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The Philadelphia-based pedagogue teaches technique by asking students to learn to play by feeling
What do you do when you see a student for the first time?
I ask them about themselves, who they have studied with, and general background. Then they play something for me and I ask them about their playing: what they identify as their strengths and what needs improving. Sometimes they have an idea of their problems and sometimes they’re clueless. After they’ve given me their analysis, I tell them what my perceptions are and talk about how we should address them.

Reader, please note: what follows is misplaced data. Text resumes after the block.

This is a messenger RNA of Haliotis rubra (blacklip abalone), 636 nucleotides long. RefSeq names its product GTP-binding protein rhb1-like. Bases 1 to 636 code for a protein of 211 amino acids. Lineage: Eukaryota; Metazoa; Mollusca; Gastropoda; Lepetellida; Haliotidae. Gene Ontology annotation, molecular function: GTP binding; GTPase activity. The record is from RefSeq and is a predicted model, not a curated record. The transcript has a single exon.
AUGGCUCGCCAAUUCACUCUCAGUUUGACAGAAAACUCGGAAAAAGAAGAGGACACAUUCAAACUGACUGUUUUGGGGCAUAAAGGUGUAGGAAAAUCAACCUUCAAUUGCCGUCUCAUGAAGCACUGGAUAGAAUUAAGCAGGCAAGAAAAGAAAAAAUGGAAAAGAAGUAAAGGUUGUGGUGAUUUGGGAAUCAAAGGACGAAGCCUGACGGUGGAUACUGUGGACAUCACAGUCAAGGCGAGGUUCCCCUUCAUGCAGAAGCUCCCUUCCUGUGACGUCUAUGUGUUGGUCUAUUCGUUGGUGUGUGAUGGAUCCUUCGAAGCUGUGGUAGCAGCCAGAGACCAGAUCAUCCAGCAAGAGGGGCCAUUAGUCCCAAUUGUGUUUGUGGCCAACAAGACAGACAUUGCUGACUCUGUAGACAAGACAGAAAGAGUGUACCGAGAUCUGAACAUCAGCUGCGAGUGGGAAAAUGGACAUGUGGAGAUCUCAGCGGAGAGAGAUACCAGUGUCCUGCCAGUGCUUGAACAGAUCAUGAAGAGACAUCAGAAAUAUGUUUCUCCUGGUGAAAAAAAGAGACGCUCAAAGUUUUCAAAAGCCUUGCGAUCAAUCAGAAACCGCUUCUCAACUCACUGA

How do you teach technique?
Many people teach by saying, ‘Do this,’ ‘Put your fingers and armslike this,’ and there’s a lot of focus on the instrument. That is fine, but masterful performers control their playing by hearing and, even more, by feeling. By the time you have heard a sound, everyone else can hear it, too. You need to control what is about to come out of the instrument. Students have to learn what it’s supposed to feel like toplay, so I use experiential exercises. I think things up, both with and without the instrument, that are foolproof in allowing students to feel the sensation that I’m trying to get them to understand.
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